28 U.S. Code § 1404. Change of venue
Section 119 of title 28, U.S.C., 1940 ed., related only to transfer of cases from one division to another on stipulation of the parties.
Subsection (a) was drafted in accordance with the doctrine of forum non conveniens, permitting transfer to a more convenient forum, even though the venue is proper. As an example of the need of such a provision, see Baltimore & Ohio R. Co. v. Kepner, 1941, 62 S.Ct. 6, 314 U.S. 44, 86 L.Ed. 28, which was prosecuted under the Federal Employer’s Liability Act in New York, although the accident occurred and the employee resided in Ohio. The new subsection requires the court to determine that the transfer is necessary for convenience of the parties and witnesses, and further, that it is in the interest of justice to do so.
Sections 143, 172, 177, and 181 of title 28, U.S.C., 1940 ed., relating to the district courts of Arizona, Montana, New Mexico, and Ohio, contained special provisions similar to subsection (b), applicable to those States. To establish uniformity, the general language of such subsection has been drafted and the special provisions of those sections omitted.
Subsection (b) is based upon section 163 of title 28, U.S.C., 1940 ed., which applied only to the district of Maine. This revised subsection extends to all judicial districts and permits transfer of cases between divisions. Criminal cases may be transferred pursuant to Rules 19–21 of the new Federal Rules of Criminal Procedure, and the criminal provisions of said section 163 are therefore omitted.
Subsec. (d). Pub. L. 112–63, § 204(2), substituted “Transfers from a district court of the United States to the District Court of Guam, the District Court for the Northern Mariana Islands, or the District Court of the Virgin Islands shall not be permitted under this section. As otherwise used in this section,” for “As used in this section,”.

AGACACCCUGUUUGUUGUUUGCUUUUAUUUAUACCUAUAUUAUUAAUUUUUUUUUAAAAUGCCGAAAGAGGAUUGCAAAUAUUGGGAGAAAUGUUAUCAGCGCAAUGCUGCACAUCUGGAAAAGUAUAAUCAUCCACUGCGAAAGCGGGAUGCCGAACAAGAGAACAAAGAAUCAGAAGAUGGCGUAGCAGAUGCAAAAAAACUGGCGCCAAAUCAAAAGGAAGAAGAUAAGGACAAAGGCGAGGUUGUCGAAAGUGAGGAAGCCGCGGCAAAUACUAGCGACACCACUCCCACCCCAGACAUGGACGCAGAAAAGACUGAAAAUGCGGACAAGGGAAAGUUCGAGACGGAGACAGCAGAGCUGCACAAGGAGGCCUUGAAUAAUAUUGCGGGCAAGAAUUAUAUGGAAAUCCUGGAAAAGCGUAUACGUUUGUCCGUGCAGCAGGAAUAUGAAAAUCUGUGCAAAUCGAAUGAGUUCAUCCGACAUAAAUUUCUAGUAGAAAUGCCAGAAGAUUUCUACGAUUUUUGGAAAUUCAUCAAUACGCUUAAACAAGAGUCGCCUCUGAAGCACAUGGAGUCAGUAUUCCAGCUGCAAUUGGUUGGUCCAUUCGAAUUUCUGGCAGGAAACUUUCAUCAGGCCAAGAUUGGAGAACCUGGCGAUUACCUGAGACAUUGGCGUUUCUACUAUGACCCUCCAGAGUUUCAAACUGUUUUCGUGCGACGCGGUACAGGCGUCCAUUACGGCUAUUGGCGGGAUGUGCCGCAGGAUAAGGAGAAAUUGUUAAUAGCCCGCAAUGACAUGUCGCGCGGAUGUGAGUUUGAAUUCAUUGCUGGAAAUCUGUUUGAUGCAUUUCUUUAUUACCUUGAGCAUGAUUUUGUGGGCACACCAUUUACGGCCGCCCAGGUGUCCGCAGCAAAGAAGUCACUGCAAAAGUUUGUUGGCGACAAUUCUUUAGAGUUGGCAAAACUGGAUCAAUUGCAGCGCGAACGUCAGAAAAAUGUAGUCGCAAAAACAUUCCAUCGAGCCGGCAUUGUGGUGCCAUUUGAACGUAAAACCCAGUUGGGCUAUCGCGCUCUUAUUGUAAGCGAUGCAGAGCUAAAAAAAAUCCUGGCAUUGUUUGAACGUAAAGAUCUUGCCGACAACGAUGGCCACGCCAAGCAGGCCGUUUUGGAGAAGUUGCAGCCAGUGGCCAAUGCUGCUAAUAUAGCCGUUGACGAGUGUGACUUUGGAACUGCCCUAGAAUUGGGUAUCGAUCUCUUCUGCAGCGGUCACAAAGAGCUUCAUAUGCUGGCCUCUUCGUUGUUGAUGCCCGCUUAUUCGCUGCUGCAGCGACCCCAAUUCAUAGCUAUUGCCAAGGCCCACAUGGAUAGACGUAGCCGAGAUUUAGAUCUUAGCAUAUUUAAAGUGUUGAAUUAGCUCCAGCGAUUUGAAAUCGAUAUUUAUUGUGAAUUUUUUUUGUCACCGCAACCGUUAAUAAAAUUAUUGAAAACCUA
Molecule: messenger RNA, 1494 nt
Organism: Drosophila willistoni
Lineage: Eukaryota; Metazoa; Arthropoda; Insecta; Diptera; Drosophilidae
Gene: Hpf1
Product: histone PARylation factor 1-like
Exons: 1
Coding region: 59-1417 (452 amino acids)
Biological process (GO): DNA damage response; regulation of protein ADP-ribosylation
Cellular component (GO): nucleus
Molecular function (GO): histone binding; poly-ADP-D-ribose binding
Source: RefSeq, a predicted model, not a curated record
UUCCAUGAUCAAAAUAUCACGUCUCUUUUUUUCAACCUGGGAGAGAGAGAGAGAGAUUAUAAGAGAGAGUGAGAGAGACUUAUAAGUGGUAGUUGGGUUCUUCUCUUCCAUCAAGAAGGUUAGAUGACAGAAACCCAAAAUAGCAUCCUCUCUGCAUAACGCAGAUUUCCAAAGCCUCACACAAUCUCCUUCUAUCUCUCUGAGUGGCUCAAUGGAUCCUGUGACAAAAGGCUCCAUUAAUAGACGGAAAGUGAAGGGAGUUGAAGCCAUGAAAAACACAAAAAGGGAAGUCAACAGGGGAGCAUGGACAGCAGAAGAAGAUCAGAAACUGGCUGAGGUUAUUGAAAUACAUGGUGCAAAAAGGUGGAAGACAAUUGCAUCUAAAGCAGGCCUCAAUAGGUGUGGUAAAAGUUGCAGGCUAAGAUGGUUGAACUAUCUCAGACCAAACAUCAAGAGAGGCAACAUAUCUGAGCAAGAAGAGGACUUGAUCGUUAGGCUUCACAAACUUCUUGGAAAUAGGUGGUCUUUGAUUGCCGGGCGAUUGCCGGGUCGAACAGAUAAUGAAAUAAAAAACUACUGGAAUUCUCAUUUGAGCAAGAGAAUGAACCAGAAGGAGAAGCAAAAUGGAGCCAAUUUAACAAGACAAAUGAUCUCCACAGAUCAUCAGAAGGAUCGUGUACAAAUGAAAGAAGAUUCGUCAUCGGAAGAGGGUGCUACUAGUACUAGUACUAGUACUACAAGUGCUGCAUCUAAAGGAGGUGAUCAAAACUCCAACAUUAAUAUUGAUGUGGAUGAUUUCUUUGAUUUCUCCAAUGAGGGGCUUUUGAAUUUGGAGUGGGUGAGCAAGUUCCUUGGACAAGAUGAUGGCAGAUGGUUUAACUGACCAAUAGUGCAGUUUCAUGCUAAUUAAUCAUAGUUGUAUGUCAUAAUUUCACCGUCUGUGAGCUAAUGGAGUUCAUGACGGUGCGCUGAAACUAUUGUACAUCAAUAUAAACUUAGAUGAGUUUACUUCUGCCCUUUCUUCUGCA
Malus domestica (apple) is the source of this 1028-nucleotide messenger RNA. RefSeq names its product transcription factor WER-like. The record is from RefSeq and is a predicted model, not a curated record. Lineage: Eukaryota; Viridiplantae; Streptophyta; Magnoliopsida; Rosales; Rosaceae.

1996—Subsec. (d). Pub. L. 104–317 amended subsec. (d) generally. Prior to amendment, subsec. (d) read as follows: “As used in this section, ‘district court’ includes the United States District Court for the District of the Canal Zone; and ‘district’ includes the territorial jurisdiction of that court.”
1962—Subsec. (d). Pub. L. 87–845 added subsec. (d).
Amendment by Pub. L. 112–63 effective upon the expiration of the 30-day period beginning on Dec. 7, 2011, and applicable to any action commenced in a United States district court on or after such effective date, and to any action removed from a State court to a United States district court that had been commenced, within the meaning of State law, on or after such effective date, see section 205 of Pub. L. 112–63, set out as an Effective Date note under section 1390 of this title.